-	me at all. If you've already installed Ghostscript-8.00 and don't know
  -	how to remove it, installing ESP Ghostscript-7.05.5 to the same
  -	directory should overwrite it (it did for me). The HPIJS driver is a
  -	free driver made available by HP. It's nice to see commercial hardware
  -	manufacturers showing support for their products under Linux :) Because
  -	of this, if I buy another printer in the near future, it'll likely be
  -	an HP model.
  +	this hint. If you have an older version of cups, you're strongly
  +	encouraged to upgrade. Recent prior versions of cups had some major
  +	bugs that could make printer management a nightmare.
  +
  +	ESP Ghostscript-7.05.5 is REQUIRED for the HPIJS driver to work. GNU
  +	Ghostscript-7.05 and AFPL Ghostscript-8.00 did not work for me at all.
  +	If you've already installed Ghostscript-8.00 and don't know how to
  +	remove it, installing ESP Ghostscript-7.05.5 to the same directory
  +	should overwrite it (it did for me).
  +
  +	The HPIJS driver is a free driver made available by HP. It's nice to see
  +	commercial hardware manufacturers showing support for their products
  +	under Linux :) Because of this, if I buy another printer in the near
  +	future, it'll likely be an HP model. The latest version of this driver
  +	supports most (if not all) of the features of almost every HP Deskjet
  +	printer made over the last few years, including 300 to 1200 dpi output,
  +	paper size, paper type, duplexing, and many others. This driver also
  +	supports many other HP printers, including Photo printers and many
  +	Laserjet printers. For a full list of supported printers, have a look at
  +	http://hpinkjet.sourceforge.net/productssupported.php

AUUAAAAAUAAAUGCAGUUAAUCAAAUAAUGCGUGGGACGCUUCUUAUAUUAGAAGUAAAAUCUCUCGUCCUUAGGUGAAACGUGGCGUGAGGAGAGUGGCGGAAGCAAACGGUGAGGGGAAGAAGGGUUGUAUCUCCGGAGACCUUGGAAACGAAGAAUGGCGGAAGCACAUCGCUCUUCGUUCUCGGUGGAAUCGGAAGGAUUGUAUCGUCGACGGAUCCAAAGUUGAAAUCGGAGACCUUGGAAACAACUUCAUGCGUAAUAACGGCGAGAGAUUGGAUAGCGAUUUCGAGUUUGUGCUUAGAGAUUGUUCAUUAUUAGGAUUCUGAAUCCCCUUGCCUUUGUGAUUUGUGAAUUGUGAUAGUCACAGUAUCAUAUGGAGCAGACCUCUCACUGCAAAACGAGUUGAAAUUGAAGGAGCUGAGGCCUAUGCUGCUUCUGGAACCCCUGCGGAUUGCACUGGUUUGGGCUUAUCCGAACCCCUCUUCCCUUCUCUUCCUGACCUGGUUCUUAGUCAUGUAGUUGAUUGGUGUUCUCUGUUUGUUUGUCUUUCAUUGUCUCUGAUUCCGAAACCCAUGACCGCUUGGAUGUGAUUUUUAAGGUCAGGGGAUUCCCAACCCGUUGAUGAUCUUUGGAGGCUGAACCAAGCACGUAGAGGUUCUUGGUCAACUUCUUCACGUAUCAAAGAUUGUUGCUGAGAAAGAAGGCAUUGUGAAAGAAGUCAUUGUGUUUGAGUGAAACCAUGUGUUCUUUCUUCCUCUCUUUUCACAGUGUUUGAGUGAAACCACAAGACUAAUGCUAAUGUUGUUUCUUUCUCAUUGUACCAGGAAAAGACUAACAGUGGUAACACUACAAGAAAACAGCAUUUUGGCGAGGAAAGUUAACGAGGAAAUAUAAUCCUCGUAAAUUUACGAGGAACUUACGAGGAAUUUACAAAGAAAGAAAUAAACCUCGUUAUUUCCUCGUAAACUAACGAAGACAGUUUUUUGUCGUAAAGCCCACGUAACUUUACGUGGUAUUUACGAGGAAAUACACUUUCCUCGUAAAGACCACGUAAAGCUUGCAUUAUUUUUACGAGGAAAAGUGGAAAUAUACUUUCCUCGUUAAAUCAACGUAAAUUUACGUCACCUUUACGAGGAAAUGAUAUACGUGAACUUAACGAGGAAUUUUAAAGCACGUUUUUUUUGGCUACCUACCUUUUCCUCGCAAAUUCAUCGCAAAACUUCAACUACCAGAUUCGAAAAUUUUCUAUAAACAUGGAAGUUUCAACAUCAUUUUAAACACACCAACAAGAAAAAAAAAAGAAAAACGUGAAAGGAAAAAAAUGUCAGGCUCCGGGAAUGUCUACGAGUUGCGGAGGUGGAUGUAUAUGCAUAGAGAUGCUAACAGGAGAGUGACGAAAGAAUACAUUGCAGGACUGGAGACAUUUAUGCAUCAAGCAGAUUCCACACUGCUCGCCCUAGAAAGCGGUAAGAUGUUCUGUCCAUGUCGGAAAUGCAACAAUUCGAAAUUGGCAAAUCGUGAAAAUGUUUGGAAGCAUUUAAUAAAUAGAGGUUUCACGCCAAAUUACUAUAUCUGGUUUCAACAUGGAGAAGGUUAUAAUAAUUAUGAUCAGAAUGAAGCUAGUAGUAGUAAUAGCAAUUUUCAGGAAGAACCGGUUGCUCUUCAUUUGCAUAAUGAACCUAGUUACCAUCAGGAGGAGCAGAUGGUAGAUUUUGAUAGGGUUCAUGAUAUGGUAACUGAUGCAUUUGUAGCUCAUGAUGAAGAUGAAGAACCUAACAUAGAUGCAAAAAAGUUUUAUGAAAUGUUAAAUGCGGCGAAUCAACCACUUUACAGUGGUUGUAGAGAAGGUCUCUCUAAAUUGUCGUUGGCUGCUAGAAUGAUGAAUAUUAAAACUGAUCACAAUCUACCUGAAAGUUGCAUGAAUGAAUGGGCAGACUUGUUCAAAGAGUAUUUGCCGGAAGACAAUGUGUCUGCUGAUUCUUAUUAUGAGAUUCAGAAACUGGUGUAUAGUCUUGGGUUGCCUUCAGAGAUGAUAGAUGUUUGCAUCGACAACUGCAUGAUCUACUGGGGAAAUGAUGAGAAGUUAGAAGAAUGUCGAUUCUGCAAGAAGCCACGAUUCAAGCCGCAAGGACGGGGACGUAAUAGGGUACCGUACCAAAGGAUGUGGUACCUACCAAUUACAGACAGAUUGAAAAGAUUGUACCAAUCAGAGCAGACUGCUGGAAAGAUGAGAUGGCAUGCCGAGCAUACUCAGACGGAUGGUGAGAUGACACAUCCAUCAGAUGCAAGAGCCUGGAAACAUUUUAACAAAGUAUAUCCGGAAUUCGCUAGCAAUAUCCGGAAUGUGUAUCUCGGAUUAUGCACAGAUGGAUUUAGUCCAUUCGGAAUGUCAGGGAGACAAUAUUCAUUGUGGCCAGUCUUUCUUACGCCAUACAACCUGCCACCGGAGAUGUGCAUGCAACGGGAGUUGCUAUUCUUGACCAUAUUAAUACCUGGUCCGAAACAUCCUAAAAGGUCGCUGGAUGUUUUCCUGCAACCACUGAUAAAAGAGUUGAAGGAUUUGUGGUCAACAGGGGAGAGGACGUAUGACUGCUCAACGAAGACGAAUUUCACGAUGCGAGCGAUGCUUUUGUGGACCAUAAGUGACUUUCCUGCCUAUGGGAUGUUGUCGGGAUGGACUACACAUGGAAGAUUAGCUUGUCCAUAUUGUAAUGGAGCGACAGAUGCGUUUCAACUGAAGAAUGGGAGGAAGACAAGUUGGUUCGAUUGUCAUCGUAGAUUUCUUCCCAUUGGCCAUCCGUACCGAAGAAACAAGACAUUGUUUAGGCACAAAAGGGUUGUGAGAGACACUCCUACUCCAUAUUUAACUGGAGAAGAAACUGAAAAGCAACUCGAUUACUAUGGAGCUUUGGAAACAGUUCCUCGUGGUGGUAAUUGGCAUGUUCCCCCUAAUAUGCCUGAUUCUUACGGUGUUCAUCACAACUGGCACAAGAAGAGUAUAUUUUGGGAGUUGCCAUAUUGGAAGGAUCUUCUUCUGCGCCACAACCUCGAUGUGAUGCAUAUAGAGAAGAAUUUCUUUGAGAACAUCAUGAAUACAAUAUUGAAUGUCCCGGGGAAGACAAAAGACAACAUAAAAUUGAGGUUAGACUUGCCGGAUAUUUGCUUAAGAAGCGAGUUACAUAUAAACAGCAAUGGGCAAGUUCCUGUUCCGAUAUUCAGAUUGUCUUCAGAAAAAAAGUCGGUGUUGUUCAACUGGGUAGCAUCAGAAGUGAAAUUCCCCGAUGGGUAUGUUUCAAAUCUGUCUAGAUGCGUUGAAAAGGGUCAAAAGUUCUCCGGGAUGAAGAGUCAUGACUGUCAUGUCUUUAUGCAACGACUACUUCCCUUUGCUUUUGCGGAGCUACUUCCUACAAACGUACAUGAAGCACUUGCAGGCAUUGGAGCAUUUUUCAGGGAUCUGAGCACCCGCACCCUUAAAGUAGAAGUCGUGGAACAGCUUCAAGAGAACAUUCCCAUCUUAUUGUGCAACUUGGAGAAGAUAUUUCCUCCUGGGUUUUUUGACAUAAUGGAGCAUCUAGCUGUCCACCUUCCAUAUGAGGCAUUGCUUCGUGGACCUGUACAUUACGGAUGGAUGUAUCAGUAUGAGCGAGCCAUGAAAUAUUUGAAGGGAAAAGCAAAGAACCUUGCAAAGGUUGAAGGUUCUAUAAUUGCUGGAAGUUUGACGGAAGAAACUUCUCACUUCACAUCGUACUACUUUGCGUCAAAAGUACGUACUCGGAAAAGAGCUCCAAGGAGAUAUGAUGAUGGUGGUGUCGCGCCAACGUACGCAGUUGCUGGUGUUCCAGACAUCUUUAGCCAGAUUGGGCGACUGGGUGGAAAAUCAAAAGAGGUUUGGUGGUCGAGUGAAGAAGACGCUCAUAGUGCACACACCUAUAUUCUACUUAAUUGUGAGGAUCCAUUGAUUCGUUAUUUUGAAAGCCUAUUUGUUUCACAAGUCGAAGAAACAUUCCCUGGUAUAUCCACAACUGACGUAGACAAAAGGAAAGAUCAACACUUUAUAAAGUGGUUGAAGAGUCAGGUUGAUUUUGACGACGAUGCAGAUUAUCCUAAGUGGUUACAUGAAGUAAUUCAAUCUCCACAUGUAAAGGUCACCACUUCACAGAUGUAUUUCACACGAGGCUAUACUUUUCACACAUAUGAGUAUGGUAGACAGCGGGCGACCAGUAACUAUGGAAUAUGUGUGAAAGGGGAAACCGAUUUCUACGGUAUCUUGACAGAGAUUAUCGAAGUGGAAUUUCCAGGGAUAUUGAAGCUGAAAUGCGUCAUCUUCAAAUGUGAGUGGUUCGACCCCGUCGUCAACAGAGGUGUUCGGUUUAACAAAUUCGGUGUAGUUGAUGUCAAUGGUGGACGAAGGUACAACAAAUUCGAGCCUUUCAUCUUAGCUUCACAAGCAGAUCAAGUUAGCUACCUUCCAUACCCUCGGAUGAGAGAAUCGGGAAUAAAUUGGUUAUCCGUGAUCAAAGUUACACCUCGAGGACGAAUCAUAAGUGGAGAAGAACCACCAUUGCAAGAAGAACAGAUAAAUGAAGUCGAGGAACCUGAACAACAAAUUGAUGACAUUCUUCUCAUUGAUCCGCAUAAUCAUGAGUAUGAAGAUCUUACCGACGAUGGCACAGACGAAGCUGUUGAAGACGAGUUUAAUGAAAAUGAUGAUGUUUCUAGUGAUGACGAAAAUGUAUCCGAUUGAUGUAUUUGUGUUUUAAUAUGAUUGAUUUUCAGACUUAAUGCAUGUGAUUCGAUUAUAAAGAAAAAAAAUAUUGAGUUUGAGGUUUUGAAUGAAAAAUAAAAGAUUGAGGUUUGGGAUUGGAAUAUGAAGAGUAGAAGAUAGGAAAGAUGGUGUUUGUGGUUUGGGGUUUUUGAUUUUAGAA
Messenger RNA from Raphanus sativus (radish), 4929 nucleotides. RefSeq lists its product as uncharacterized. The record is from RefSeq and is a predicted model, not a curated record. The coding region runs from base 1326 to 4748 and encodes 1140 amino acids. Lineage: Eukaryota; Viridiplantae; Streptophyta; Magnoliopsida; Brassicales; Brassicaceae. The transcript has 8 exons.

+
  +	a2ps-4.13b is a "anything to postscript" convertor. It's necessary for
  +	printing out a sheet that lists all your printer's supported features,
  +	which is incredibly handy for printer configuration after everything is
  +	installed. I highly recomend it.
   
   INSTALL:
  -	First and foremost, we need to install ESP Ghostscript. For the most
  -	part, I followed the same installation instructions outlined for
  -	Ghostscript 8.00 in the BLFS book, with a couple minor changes:
  -
  -./configure --prefix=/usr --libexecdir=/usr/lib/gs \
  -	--sysconfdir=/etc/gs --enable-shared
  -	--with-omni=no --enable-static &&
  -make &&
  -make install
  -
  -	I used this command to ensure that ESP Ghostscript-7.05.5 would
  -	overwrite my previous installation of AFPL Ghostscript-8.00 (which
  -	wasn't doing anything right). Incidentally, using --enable-shared
  -	finally allowed my KDE ghostscript viewer (KGhostScript) to work
  -	properly. It never did before with AFPL Ghostscript-8.00.
  -
  -	Following this, we need to install the GNU Ghostscript fonts. To do
  -	this, issue the following commands: